There’s also a famous torii (gate marking the entrance to a Shinto shrine) located at one end of the lake, which is a popular photo spot. There are quite a few restaurants dotted along the edge of the lake that serve up delicious soba and udon noodles, amongst other Japanese dishes. This is a great place to stop for lunch.

3. Ride The Hakone Ropeway

A popular way to travel between the town of Hakone and Lake Ashinoko is the Hakone Ropeway. The Ropeway is suspended high above the ground and gives sweeping views of Mount Fuji in the distance and the volcanic Owakudani Valley below.

Cable car travelling over mountains with terraces and steam vents, one of many things to do in Hakone
Hakone Ropeway over Owakudani Valley (copyright Louis of Outdoor Explorer)

The gondolas leave one per minute and cost ¥1,000 to ¥1,500 each way, depending on where you wish to get off the ropeway. It operates from 9am to 5pm most of the year, except during December and January, where it closes at 4.15pm.

If you didn’t get lunch at the lake earlier, you can get something to eat at the restaurant conveniently located in the Owakudani ropeway station. They serve up the special Owakudani curry along with a number of other tasty dishes.

4. Check Out The Volcanic Owakudani Valley

Speaking of the Owakudani Valley, if you want to experience it a little more up close, head on down from the ropeway station (about a 10 minute walk) to the volcanic part of the valley. There are a number of steam vents and hot spring pools here, rich in sulphur and other gases.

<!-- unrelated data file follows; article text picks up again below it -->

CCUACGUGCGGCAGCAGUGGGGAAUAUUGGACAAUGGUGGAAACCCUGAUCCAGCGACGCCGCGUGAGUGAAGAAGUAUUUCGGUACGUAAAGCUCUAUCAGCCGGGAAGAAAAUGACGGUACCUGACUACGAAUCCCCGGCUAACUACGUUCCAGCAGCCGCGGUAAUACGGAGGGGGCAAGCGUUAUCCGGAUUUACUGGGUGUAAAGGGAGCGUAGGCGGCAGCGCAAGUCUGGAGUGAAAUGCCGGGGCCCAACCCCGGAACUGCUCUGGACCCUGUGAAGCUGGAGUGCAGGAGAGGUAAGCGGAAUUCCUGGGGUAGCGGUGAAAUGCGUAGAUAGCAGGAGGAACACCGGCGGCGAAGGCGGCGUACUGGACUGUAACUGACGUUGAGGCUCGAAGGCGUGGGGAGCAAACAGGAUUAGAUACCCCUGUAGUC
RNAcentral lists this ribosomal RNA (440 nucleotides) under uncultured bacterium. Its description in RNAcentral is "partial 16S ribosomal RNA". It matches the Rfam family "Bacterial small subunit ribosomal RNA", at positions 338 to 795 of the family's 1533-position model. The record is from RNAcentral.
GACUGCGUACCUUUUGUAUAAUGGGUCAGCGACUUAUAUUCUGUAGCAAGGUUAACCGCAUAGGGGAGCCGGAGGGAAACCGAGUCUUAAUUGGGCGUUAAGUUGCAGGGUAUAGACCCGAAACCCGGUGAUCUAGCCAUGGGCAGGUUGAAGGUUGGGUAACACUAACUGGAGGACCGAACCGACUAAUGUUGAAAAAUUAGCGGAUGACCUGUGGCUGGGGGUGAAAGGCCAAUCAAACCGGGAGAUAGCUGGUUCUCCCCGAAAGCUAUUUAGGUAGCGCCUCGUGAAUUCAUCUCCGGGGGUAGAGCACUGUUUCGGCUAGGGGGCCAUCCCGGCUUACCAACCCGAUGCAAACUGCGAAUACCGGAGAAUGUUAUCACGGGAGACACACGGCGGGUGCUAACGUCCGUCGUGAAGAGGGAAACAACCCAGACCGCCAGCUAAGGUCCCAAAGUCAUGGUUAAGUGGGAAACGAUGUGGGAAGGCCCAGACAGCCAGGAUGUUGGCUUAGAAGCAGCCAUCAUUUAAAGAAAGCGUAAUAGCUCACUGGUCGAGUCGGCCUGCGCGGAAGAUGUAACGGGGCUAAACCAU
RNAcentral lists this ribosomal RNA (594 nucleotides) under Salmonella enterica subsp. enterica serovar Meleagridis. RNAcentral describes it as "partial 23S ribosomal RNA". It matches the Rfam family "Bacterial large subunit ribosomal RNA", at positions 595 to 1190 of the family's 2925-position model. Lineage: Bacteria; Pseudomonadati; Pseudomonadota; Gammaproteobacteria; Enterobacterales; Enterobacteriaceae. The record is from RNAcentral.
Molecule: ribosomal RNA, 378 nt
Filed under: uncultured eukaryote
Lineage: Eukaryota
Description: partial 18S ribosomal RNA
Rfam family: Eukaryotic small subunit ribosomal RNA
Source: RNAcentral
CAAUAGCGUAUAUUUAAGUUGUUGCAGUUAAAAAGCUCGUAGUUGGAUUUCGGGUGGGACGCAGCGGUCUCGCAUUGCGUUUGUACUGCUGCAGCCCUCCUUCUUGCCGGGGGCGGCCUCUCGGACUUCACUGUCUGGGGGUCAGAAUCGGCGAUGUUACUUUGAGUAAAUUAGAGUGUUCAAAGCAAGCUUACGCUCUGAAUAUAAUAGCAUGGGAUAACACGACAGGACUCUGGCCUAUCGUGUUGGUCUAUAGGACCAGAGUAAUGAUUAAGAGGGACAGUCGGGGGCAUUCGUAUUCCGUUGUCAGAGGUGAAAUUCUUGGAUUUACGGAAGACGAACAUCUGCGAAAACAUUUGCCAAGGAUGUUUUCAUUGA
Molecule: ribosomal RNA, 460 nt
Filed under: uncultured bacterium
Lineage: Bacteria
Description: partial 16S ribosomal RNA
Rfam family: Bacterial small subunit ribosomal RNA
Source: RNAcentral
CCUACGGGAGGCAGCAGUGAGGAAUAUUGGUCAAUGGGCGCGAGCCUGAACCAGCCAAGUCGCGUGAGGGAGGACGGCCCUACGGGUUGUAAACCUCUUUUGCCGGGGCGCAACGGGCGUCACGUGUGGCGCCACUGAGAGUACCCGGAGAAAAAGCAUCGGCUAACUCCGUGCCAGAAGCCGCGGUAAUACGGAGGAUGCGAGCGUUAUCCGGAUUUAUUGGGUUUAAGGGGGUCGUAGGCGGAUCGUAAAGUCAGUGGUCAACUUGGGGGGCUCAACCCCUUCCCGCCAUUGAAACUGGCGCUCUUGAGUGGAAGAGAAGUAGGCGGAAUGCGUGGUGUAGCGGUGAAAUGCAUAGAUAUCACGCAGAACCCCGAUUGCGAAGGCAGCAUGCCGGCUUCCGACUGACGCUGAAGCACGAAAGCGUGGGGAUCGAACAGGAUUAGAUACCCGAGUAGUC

Looking down on mountains and steam vents
Steam vents at Owakudani Valley (copyright Louis of Outdoor Explorer)

Eggs are boiled in these waters and are thought to be good for your health (although the claim by the vendor that each egg extends your life by 7 years is a little dubious!).

If you have a few free hours and are up for a challenge, you can embark on one of the many walking trails around Owakudani – just be aware that these are serious trails and you should make sure that you have proper hiking gear.

6. Soak In The Hot Springs

Once you’ve enjoyed each of the attractions above, your body will be ready for a good soak in the hot springs. There are a number of places in town to enjoy the hot springs, ranging from public bathhouses to private hotels (ryokan), which charge an entry fee of around ¥500 to ¥1,500 for guests who aren’t staying at their hotel.

The hot water here is very rich in minerals including sodium, calcium, sulphate and other salts. Each of these is said to have different beneficial effects on your skin and general health. If you have the time, try a few different bath houses and/or ryokan to experience the different types of onsen and their associated waters.

Summary

Hakone is an excellent place to get out of the hustle and bustle of the big cities and enjoy a slower, more relaxed pace. Enjoy a cruise over the lake, views of Mt Fuji, volcanic hot spring pools, a ropeway plus the soothing hot spring waters. No matter what you like about Japan, there are things to do in Hakone for everyone!

Louis is an outdoors enthusiast from Australia. When he isn’t out on the trail himself, he’s writing about camping and hiking over at his website, Outdoor Explorer.